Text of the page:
Executive summary

Violence is one of many factors that can contribute to fragility. However, it is not the only factor, and the presence of violence does not automatically mean that a context is fragile. States of Fragility 2016 places a spotlight on violence, in all its forms, to explore how violence can contribute to fragility, and examine what should be done about it.

Main findings: Violence

First, a disclaimer. Data on conflicts are contested, and the complex and changing nature of social violence makes its forms even more difficult to define and measure. More data on the gender dimensions of violence and conflict are also needed, given the disproportionate impact of violence on women.

Despite this, there is agreement that violence is on the rise. Almost half the world’s people have been affected by some form of political violence over the last 15 years. However, globally, conflict is not the leading cause of violent death. In 2015, more people died violently in countries outside of conflict, including Brazil and India, than in the Syrian Arab Republic (hereafter “Syria”), in absolute numbers. Low- and middle-income countries bear a disproportionately high share of the burden of political and social armed violence, which often impedes development gains.

Violence is multidimensional, complex and evolving. Even in post-conflict contexts, violence can simply change its form as settings, actors and drivers change, challenging the international community’s best intervention efforts. Political transitions, even towards democracy, can provoke violence, with competition over “who sits at the table” and “who gets what”. Armed agents who engage in political violence during wars or periods of domestic instability are highly likely to be involved in organised crime in more peaceful periods, including racketeering, mercenary activity and illicit trafficking.

Violence is increasingly a regional problem. Political armed violence spreads more easily as neighbours’ domestic instability spills over borders, driven by linkages between aggrieved groups and facilitated by global communications, shared ideologies and financial flows. The organised crime-political violence nexus allows political armed groups to finance themselves through proceeds from criminal activities, with illegal resource exploitation, illicit financial flows and the drug trade providing revenue. Violence also drives millions of refugees from their homes, its impacts extending to overburdened neighbouring countries that often are already in distress.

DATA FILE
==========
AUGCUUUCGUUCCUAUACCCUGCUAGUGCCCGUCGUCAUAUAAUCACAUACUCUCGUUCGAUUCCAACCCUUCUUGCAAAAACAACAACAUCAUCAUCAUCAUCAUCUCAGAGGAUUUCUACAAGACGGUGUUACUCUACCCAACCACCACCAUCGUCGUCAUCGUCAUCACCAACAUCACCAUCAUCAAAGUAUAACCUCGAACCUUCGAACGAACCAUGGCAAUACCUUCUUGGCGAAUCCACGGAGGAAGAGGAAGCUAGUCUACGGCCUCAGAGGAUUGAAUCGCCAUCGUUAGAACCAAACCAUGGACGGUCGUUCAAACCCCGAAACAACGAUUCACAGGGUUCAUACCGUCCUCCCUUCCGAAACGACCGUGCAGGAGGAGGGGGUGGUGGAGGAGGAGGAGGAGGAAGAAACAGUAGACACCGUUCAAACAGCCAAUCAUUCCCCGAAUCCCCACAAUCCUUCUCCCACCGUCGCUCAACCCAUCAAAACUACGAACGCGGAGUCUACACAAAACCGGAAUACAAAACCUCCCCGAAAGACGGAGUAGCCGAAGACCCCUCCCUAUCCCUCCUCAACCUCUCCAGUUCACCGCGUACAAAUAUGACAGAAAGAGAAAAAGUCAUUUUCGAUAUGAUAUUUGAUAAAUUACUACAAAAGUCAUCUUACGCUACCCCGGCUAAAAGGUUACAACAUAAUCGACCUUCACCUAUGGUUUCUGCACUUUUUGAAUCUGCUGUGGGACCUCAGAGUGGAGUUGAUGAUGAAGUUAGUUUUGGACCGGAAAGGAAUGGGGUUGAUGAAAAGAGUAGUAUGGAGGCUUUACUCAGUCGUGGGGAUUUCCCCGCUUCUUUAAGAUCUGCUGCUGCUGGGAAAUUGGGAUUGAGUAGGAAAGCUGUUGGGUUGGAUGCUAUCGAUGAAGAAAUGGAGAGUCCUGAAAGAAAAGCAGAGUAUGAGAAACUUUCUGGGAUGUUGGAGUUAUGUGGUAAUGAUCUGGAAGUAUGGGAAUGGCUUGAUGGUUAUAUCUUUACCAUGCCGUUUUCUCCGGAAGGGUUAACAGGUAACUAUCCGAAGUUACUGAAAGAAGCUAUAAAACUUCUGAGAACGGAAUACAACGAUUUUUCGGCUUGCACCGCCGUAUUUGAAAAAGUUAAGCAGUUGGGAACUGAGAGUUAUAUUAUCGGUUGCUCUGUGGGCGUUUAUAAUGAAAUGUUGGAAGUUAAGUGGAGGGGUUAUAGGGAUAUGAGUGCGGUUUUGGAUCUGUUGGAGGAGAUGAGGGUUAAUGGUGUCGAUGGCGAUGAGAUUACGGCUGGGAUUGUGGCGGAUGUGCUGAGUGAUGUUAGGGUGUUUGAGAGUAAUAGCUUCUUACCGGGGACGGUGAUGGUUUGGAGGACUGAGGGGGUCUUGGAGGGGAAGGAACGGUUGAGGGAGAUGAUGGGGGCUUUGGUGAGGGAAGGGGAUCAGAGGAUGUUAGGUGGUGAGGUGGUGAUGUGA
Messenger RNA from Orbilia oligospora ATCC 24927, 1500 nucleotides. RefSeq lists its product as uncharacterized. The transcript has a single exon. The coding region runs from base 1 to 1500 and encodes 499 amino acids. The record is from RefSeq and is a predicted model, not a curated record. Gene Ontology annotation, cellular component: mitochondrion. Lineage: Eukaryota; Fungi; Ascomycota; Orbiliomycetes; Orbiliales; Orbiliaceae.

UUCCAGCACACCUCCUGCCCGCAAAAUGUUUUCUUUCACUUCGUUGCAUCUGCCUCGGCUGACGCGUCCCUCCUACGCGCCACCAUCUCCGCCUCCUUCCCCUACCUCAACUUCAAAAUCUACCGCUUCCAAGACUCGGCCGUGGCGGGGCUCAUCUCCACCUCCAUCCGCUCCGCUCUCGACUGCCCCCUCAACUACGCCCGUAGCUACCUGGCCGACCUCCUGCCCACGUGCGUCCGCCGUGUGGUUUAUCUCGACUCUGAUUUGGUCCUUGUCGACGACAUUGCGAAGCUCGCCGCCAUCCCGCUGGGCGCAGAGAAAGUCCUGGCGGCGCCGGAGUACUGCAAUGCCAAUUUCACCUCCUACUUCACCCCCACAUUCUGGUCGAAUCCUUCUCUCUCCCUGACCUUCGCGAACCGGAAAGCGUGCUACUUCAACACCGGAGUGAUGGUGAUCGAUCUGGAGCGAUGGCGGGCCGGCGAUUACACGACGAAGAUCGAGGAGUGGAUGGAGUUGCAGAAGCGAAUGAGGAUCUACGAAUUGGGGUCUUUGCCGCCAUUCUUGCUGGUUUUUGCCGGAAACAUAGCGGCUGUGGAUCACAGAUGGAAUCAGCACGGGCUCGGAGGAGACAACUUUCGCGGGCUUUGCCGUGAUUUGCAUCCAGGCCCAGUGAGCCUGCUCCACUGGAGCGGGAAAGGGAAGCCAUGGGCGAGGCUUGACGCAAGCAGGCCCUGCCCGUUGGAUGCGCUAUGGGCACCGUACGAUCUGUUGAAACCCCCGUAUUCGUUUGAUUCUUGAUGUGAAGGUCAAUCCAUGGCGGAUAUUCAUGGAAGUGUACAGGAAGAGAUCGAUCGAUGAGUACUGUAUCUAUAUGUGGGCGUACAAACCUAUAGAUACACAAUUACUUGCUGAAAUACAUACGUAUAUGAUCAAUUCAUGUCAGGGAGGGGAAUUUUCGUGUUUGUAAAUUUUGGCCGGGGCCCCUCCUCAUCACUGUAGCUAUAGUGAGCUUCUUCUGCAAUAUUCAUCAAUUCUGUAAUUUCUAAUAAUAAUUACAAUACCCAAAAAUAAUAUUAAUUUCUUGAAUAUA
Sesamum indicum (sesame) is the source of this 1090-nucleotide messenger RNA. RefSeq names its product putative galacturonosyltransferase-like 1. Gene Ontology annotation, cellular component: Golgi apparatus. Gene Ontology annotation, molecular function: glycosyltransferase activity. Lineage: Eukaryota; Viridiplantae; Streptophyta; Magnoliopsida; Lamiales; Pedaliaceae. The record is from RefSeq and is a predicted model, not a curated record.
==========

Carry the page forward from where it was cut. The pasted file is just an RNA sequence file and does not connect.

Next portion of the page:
Violence is increasingly driven by domestic political instability. Weak institutions or those with entrenched patronage systems can create vacuums in which elites are able to siphon off public resources with impunity while also perpetuating economic exclusion. Criminal networks and armed groups can also fill these vacuums. Members of excluded groups are more likely to engage in armed violence, particularly if they have recently lost access to power. Conversely, rivalry for inclusion can also be a problem: the distribution of positions, authority and resources among included elites can also drive domestic political instability.

In both political and social forms of violence, civilians are most at risk. Today 30% to 40% of political violence within states is directed against civilians. Weapons of armed violence designed to produce civilian casualties are increasingly available. In 2015, 43 786 people were killed or injured by improvised explosive devices (IEDs); 76% of those were civilians. Among civilians, women, youth and children in particular disproportionately bear both direct and indirect consequences of violence. Research shows that children who have been subjected to violence are more likely to become violent themselves. Globally, an estimated 35% of women have experienced either physical and/or sexual intimate partner violence or non-partner sexual violence. Over half of the 21.3 million refugees in the world today are children under the age of 18.

Rapid and unregulated urbanisation, income and social inequality, concentrated poverty, youth unemployment, policing and justice deficits, and real and perceived insecurity can all contribute to urban violence. Within cities, violence is unevenly distributed, and particularly acute in lower income informal areas. In Bogota, for example, roughly 98% of all homicides occur in less than 2% of street addresses. Several contexts most affected by fragility and conflict will see rapid population growth in their cities before 2030.

Terrorism-related deaths rose by 61% in 2013, with 18 000 people killed in terrorist attacks globally. Most victims were in Afghanistan, Iraq, Nigeria, Pakistan and Syria. Women and girls are particular victims of this form of violence. The rise of violent extremist networks claiming Islamist ideology has led to politically motivated and criminal violence across a vast territory. However, extremist groups come in many forms, as evidenced by a surge in violent hate crimes across Europe and North America.

The global economic impact of violence was a daunting USD 13.6 trillion in 2015, equivalent to 13.3% of global gross domestic product (GDP) or USD 1 876 for every person in the world. Yet development assistance invests only marginally in violence reduction outside of conflict.

Violence is a behaviour reinforced by social norms, and it acts like a contagion. By using the same approach that the World Health Organization (WHO) uses to stop epidemics - interrupt transmission, change behaviour, change norms – policy makers can break the recurrent cycle of violence, stopping its “transmission”.